Getting people to talk about YOU (in a good way)
On my Content with Character podcast, for the past several weeks, I’ve been talking all about Writing and Talking about OURSELVES as business owners.
In this week’s episode we’re diving into how to ask for reviews from clients and get other people: your customers, listeners, and fans to talk about YOU!
If you’re a regular listener of the Content with Character Podcast, you know I regularly read listener reviews here on the show. I ask you almost every single week for a review once during the episode and once again at the end of the episode. This isn’t because I think I’m so wildly amazing podcaster with the best podcast out there on content creation, and not so I can grow my ego or boost my self-confidence, I ask because I have a mission to help as many people with this content as possible, and as many people with visibility, marketing, messaging. And getting your reviews helps ME reach more people so they too can get their voices heard!
If I had to guess… that’s what you want too!
You want to help as many people as possible with how YOU help them.
That’s one of the many reasons we need to ask our clients for reviews. We need to ask people to rave about us, help us spread the word, and share how we help others.
In this episode:
- When does talking about yourself become bragging about yourself?
- Why ask people for reviews and recommendations
- Where reviews and recommendations can come from
- Questions you can ask to make the process simple (and repeatable)
- How to ask for reviews from clients
- How to use the reviews and testimonials
- Why social proof matters
- And more!
If you came here for the detailed show notes, they begin NOW:
Asking your clients for reviews and testimonials helps you understand:
- Where your clients started before working with you
- What the pain points and struggles were then?
- What the tipping point was? When did they decide enough was enough?
- How did you help them?
- Did you help them?
- How has it affected and changed their life?
It helps you know what you’re doing WELL so you can keep on doing it.
It gives you clear words you can share with others to show them how you can help them too, so they can see themselves in the results you’re sharing. It helps you see patterns, trends, and learn about who you like to work with and how. Plus, it shows you where there’s room for growth and improvement.
Where to Ask for Reviews:
- Speaker and workshop feedback
- Podcast guesting
- LinkedIn recommendations
- Facebook and Google reviews
You have to put yourself out there and ASK.
People LIKE helping you!
We often think that when we wow our clients, the reviews will naturally come pouring in on their own. It rarely works like this. Most people are too busy, distracted, or have other priorities.
Especially if you know you deliver high quality and great experiences.
Pro-tip: Make sure to ask for permission to use their review. Let them know if their name will be shared and whether it will be initials, first name only, last name, etc. You may want a headshot as well as their company name, depending on how you choose to use them.
8 Questions to Ask to Get Quality Reviews:
- Why were you seeking help with X in the first place?
- How did hear about or find me?
- What were you hoping to achieve as a result of hiring me?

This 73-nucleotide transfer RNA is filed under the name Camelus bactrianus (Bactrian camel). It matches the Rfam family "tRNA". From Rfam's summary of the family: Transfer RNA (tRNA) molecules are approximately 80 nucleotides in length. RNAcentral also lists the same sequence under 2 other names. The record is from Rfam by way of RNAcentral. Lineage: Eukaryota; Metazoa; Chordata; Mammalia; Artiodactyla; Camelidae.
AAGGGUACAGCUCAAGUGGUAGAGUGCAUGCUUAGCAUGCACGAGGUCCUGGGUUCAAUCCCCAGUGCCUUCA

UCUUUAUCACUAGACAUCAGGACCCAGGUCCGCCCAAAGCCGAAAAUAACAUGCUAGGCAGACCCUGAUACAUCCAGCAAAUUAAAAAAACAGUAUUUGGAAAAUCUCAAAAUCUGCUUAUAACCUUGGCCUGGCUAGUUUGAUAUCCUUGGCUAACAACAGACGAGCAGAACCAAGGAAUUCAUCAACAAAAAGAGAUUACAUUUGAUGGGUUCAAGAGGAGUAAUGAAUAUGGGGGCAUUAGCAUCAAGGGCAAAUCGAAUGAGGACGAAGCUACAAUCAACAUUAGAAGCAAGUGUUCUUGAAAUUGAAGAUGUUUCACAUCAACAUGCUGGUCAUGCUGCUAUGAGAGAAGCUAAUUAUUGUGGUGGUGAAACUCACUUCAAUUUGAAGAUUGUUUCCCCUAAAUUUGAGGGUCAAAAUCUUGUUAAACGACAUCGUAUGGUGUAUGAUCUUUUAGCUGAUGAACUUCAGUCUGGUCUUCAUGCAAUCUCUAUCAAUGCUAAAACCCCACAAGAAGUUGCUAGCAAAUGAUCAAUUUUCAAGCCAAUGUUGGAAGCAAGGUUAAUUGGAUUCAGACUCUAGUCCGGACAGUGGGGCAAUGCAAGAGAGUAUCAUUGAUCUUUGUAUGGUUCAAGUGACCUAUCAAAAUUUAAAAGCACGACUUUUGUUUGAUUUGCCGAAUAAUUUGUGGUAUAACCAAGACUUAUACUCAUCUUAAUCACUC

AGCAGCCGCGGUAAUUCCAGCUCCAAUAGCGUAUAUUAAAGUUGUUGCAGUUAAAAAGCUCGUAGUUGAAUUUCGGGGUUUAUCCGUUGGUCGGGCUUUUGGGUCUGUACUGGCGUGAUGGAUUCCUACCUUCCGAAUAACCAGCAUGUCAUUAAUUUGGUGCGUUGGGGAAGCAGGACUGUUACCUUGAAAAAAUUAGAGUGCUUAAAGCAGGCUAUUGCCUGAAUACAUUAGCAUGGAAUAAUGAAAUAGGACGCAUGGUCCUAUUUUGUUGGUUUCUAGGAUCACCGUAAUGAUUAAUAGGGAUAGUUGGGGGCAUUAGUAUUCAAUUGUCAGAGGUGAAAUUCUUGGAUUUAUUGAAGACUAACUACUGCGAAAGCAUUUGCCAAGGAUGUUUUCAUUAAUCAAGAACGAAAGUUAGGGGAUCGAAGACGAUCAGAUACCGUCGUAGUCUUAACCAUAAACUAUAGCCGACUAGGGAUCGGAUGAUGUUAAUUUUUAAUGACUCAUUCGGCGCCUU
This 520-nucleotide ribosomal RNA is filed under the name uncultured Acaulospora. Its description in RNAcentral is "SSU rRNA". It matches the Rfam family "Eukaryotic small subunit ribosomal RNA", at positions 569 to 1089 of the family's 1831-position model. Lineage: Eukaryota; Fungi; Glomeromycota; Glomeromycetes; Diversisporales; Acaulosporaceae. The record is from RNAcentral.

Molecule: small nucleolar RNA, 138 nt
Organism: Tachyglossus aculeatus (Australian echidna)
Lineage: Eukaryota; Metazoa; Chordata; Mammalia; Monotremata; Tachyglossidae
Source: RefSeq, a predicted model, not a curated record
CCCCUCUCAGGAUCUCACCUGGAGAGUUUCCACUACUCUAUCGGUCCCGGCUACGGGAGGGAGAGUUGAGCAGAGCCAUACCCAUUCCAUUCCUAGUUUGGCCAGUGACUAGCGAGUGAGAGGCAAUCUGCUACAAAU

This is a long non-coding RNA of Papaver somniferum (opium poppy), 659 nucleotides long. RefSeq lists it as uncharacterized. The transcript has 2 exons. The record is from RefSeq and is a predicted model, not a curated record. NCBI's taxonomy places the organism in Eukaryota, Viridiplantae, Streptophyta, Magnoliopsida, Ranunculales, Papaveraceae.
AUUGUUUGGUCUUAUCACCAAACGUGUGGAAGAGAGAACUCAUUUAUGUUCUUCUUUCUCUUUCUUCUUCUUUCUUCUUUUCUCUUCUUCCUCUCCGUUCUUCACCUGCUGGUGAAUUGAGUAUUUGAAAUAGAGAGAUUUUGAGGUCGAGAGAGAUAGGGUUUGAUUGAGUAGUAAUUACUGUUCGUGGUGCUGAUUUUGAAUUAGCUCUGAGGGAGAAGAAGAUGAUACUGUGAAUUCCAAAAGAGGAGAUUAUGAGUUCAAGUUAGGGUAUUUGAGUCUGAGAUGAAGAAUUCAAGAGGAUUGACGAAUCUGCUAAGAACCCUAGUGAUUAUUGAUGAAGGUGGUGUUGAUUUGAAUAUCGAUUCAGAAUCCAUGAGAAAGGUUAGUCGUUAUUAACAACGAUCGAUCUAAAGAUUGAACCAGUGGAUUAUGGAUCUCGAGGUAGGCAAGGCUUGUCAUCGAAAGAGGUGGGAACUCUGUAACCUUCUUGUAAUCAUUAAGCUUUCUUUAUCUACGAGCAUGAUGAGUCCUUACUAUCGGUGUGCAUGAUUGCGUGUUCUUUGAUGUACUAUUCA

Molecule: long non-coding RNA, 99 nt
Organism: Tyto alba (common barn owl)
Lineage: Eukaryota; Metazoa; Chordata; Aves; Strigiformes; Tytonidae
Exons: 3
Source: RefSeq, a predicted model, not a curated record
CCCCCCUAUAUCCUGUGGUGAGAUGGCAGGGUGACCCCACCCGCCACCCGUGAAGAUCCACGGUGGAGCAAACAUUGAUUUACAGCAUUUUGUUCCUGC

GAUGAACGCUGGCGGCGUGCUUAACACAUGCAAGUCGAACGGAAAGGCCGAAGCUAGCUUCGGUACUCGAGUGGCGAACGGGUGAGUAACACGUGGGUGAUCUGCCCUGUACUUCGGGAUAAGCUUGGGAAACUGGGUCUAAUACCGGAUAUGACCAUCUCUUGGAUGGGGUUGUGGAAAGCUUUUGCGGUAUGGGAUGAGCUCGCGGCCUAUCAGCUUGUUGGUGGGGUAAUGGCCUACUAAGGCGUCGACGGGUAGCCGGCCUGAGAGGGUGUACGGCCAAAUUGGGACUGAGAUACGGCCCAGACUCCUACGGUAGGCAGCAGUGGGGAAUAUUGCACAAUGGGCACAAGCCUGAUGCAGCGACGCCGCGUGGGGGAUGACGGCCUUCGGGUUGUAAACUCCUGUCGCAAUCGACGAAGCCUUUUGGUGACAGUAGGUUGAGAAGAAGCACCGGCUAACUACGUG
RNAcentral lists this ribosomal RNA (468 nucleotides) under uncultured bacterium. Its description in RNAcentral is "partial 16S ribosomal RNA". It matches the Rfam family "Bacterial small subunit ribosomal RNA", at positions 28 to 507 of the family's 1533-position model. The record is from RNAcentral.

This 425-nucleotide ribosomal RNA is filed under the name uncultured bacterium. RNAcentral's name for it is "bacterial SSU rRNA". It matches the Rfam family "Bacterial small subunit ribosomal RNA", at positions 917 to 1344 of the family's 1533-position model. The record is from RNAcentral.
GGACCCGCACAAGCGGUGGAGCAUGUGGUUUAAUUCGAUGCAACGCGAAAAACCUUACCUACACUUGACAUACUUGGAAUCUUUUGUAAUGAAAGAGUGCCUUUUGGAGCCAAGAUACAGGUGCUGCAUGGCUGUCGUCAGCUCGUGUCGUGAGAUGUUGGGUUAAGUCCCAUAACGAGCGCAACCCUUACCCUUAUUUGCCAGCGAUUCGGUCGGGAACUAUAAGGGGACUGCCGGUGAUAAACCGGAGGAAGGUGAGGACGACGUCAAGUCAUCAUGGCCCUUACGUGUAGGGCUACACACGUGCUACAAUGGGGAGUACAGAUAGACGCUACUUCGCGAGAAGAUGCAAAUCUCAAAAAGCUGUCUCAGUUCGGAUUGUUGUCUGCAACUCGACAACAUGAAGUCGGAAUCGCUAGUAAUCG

- What was your experience like working with me?
- What results did you experience?
- What would you say when recommending me to others?
- Who else could use my services?
- What is one word you would use to describe our time together (or my process)?
Using the reviews/testimonials in the wild:
- Social media
- Blogs or case studies
- On your website
A word on social proof (all the more reason to ask for reviews):
When your future clients and customers are considering working with you, they often go to your website, social media, or ask others they know who’ve worked with you for confirmation that you’re the one.
I don’t know all the exact science behind it #notascientist but people LOVE social proof!
It can be scary to work with someone new and having other people’s feedback to use as clues and guidance helps make the unfamiliar a little more comfortable.
In general, people are more likely to invest in products that come recommended by others.
Reviews, case studies, testimonials, and ratings inspire confidence and trust by showing a clear picture of what kind of transformation is expected when working with you.
They also show your clients and customers a little more about YOU and who you typically work with, so they can decide whether or not it’s the right fit for them.
Now for your pep talk and an action step:
It’s easier than you think. That’s it, that’s the encouragement.
Take action: email ONE client you just wrapped up with or are about to and ask them some of these questions, as they’re applicable and get those kind words.
THEN I want you to do something with it. Social media, website, in your podcast, you name it!
I can’t wait to see some of your reviews out in the wild and watch you and others brag about YOU!
Links Mentioned in this Episode:
About the Host:
Emily Aborn is a Content Copywriter for women entrepreneurs, Podcast Host of Content with Character and She Built This. She’s been an entrepreneur since 2014 and has experience in running brick-and-mortar as well as online businesses. She’s worked with over 96 different industries in their marketing and loves helping businesses increase their visibility, connect with their clients, and bring their dreams and visions to life. For fun, Emily enjoys nerdy word games and puzzles, reading, listening to podcasts, and tromping about in the woods with her husband, Jason, and their dog, Clyde.